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Understanding Multiculturalism

Understanding Multiculturalism: The Habsburg Central European Experience

Johannes Feichtinger
Gary B. Cohen
Copyright Date: 2014
Edition: 1
Published by: Berghahn Books
Pages: 256
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  • Book Info
    Understanding Multiculturalism
    Book Description:

    Multiculturalism has long been linked to calls for tolerance of cultural diversity, but today many observers are subjecting the concept to close scrutiny. After the political upheavals of 1968, the commitment to multiculturalism was perceived as a liberal manifesto, but in the post-9/11 era, it is under attack for its relativizing, particularist, and essentializing implications. The essays in this collection offer a nuanced analysis of the multifaceted cultural experience of Central Europe under the late Habsburg monarchy and beyond. The authors examine how culturally coded social spaces can be described and understood historically without adopting categories formerly employed to justify the definition and separation of groups into nations, ethnicities, or homogeneous cultures. As we consider the issues of multiculturalism today, this volume offers new approaches to understanding multiculturalism in Central Europe freed of the effects of politically exploited concepts of social spaces.

    eISBN: 978-1-78238-265-2
    Subjects: History

Table of Contents

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  1. Front Matter
    (pp. i-iv)
  2. Table of Contents
    (pp. v-vi)
  3. List of Tables and Figures
    (pp. vii-viii)
  4. Preface
    (pp. ix-x)
    Johannes Feichtinger and Gary B. Cohen
  5. Introduction. Understanding Multiculturalism: The Habsburg Central European Experience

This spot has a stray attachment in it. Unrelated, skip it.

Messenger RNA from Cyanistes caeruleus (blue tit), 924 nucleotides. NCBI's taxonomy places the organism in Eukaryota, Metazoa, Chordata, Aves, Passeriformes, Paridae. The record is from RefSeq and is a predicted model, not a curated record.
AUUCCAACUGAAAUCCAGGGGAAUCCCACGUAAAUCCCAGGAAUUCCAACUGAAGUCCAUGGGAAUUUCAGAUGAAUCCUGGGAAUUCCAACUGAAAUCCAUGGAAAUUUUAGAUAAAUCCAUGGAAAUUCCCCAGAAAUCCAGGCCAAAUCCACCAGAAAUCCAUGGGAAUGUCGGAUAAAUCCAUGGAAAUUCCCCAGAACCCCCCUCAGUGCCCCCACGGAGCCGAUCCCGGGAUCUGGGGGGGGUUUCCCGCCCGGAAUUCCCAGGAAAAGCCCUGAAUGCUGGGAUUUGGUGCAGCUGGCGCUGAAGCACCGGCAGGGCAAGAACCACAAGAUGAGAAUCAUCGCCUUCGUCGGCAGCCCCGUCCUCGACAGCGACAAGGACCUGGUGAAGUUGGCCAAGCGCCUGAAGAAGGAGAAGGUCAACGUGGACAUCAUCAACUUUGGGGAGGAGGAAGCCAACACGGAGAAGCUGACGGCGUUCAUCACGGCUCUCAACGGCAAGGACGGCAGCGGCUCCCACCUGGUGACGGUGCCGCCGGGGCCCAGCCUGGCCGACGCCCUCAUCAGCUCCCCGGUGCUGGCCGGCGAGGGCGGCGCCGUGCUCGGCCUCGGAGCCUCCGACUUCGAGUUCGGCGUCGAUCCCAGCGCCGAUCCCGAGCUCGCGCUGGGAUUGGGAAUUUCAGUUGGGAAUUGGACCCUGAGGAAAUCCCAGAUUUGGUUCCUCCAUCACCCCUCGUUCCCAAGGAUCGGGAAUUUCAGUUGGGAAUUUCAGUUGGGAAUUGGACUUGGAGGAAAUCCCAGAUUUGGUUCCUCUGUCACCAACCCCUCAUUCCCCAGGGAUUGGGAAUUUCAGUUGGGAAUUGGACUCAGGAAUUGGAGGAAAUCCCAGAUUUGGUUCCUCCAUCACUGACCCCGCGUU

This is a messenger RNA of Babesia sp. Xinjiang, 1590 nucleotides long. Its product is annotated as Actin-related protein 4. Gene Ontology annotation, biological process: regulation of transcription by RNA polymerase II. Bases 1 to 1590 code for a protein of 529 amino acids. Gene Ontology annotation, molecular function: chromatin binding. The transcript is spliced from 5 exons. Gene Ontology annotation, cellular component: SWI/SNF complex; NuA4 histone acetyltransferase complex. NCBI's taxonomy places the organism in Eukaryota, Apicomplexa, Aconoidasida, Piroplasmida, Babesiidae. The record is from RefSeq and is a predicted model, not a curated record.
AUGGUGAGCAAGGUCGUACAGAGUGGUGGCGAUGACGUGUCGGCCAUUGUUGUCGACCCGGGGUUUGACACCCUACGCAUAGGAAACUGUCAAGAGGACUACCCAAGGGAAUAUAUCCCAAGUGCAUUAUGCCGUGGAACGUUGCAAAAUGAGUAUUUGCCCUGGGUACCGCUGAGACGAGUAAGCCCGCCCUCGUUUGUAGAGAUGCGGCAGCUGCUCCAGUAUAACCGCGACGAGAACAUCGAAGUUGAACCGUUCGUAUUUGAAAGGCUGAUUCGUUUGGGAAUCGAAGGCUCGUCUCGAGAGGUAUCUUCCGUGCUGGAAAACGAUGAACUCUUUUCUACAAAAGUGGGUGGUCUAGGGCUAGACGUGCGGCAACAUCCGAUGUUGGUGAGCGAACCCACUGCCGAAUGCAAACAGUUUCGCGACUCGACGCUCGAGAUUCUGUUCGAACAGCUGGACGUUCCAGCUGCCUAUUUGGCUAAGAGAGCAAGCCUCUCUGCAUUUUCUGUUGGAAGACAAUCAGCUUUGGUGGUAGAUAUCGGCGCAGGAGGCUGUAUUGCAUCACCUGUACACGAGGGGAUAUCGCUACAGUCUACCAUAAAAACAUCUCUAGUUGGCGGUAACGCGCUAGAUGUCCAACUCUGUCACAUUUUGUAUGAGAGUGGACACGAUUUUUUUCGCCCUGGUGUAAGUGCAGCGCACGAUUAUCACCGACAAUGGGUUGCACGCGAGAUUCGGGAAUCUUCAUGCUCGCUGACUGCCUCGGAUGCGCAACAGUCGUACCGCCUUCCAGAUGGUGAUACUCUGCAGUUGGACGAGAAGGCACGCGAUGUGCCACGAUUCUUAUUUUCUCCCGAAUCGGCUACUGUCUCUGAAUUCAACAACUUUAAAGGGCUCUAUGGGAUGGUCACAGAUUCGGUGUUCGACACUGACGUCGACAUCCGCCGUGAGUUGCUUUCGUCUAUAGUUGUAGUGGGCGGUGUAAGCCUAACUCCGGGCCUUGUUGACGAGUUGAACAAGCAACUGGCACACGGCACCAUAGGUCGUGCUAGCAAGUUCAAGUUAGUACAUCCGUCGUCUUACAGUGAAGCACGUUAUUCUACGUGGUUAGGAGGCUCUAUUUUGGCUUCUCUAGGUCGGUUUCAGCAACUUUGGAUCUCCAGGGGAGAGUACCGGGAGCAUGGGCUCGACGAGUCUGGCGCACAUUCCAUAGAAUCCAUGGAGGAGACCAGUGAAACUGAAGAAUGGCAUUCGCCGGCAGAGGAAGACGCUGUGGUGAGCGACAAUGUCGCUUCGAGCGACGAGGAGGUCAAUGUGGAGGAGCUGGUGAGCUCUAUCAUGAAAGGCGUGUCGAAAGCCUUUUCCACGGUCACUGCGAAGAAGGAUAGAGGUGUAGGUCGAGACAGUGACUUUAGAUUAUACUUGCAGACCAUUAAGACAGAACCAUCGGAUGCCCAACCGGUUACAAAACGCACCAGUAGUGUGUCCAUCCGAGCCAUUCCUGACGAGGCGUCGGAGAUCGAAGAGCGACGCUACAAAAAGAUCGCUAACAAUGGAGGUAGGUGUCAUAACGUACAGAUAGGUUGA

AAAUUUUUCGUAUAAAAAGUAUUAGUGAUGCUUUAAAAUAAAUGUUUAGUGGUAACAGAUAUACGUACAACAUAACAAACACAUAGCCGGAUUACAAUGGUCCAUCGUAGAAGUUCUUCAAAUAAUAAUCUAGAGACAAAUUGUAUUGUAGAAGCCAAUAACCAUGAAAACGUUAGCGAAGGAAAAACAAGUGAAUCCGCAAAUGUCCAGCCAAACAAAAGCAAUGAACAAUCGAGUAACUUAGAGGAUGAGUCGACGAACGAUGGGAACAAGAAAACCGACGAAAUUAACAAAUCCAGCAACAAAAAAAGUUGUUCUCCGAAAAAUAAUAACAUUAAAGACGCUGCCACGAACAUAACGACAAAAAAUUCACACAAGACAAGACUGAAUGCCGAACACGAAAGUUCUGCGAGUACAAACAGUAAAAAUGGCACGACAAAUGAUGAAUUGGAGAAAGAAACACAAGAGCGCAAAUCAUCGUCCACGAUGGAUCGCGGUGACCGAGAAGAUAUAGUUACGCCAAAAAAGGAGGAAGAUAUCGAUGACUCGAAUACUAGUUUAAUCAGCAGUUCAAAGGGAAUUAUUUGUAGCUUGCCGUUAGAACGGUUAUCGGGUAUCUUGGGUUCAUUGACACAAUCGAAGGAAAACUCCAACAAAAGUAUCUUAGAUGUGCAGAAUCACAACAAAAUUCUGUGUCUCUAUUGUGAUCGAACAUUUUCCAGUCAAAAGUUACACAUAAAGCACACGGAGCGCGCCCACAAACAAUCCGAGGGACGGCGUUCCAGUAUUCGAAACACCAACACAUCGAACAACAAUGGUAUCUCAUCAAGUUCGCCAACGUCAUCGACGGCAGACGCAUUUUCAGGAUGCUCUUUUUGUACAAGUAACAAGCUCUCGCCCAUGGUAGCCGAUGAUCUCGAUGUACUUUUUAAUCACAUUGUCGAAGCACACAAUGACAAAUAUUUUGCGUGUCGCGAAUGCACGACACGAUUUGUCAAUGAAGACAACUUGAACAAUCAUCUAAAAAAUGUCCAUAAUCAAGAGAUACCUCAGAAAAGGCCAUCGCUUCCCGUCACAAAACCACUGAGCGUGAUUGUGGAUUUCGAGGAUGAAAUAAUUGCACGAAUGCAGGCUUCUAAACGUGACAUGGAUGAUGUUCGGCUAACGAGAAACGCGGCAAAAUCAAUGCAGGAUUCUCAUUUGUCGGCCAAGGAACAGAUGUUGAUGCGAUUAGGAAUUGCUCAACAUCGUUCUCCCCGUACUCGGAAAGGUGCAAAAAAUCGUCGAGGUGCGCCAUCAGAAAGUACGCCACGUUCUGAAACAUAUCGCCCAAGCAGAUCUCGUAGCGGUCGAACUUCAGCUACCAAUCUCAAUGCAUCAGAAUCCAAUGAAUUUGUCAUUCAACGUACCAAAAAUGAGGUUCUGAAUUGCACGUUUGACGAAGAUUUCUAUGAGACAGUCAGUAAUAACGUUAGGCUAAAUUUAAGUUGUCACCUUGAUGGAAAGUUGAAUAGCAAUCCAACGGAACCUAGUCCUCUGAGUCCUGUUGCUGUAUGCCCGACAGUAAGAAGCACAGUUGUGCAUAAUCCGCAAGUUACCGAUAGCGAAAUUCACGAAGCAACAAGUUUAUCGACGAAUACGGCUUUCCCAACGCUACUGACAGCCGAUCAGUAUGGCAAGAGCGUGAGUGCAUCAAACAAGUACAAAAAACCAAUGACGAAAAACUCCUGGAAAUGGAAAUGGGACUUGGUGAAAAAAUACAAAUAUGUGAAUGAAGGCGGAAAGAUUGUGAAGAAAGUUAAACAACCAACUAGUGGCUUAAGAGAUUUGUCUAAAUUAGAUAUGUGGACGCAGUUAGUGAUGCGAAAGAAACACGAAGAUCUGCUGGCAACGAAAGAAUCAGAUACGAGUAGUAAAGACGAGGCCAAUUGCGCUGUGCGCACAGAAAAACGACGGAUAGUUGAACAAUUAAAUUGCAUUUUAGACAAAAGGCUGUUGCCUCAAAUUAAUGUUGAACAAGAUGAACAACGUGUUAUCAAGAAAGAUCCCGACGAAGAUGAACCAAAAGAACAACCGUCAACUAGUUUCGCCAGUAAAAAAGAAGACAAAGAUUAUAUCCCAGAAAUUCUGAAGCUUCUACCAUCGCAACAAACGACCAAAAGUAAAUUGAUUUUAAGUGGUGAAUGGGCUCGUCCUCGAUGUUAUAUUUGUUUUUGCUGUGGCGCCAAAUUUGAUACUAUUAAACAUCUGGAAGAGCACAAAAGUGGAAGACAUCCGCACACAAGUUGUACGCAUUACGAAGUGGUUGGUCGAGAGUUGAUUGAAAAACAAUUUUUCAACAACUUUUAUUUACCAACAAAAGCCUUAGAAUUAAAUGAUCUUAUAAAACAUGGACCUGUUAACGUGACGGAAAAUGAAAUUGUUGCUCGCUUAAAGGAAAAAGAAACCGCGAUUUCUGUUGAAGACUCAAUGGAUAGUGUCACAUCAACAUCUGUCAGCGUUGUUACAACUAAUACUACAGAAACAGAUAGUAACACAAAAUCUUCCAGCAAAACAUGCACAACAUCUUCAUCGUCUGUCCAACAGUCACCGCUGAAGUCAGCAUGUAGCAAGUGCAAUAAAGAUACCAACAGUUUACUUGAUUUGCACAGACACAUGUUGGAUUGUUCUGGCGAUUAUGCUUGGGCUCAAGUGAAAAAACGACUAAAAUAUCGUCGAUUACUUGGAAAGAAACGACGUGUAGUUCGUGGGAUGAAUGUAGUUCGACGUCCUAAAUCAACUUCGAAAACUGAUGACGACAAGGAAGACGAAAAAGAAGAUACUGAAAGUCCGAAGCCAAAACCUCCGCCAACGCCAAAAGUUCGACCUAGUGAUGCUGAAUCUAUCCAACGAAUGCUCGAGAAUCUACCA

(pp. 1-14)
    Johannes Feichtinger and Gary B. Cohen

    Today, after decades of linking the concept of multiculturalism to a call for tolerance of cultural heterogeneity, societies are subjecting multiculturalism to close scrutiny. In countries of culturally mixed populations, society commonly viewed the entire idea of multiculturalism as a mandate to protect minorities and guarantee them individual and collective rights. If, in the decades following the political upheavals of 1968, the commitment to multiculturalism was perceived as a liberal manifesto, multiculturalism in the post-9/11 era is under attack for its relativizing, particularist, essentializing, and potentially divisive implications.

    Under the cover of multiculturalism, new injustices might be permitted—as, for...

  6. Section I. Identity Formama tion in Multicultural Societies

    • Chapter 1 Heterogeneities and Homogeneities: On Similarities and Diversities
      (pp. 17-46)
      Anil Bhatti

      It is useful to remember that we seem to have come a long way from the vision of tolerant, flexible societies characterized by interpretative openness with a distrust of dogmatic purity in matters concerning languages, religions, and social codes. The sympathetic attitude to possibilities of cultural metamorphoses and experimental transformations (Goethe’s “The Metamorphosis of Plants,” Kafka’s “Metamorphosis”) emerged as a vision of the Enlightenment, various socialist movements, and anticolonial and antifascist struggles, and was temporarily revived by the international student movements of the previous century. Little of this seems to remain today. Far from generating a creative polycentric society in...

    • Chapter 2 Mestizaje and Hybrid Culture: Toward a Transnational Cultural Memory of Europe and the Development of Cultural Theories in Latin America
      (pp. 47-60)
      Michael Rössner

      Over the past twenty years we have all experienced the hopes and disappointments, the enthusiasm and discouragement, that accompanied the development of a European spirit, a European conscience, or, in the parlance of official documents, a common identity. Born out of the ruins of World War II, sustained by economic success, and driven by the euphoria that marked the end of the continent’s division in 1989, this common European identity seemed almost a reality. Today, more than two decades and two accession stages later, after the inglorious demise of the European Constitution in the French and Dutch referendums, it seems...

    • Chapter 3 Do Multiple Languages Mean a Multicultural Society? Nationalist “Frontiers” in Rural Austria, 1880–1918
      (pp. 61-82)
      Pieter M. Judson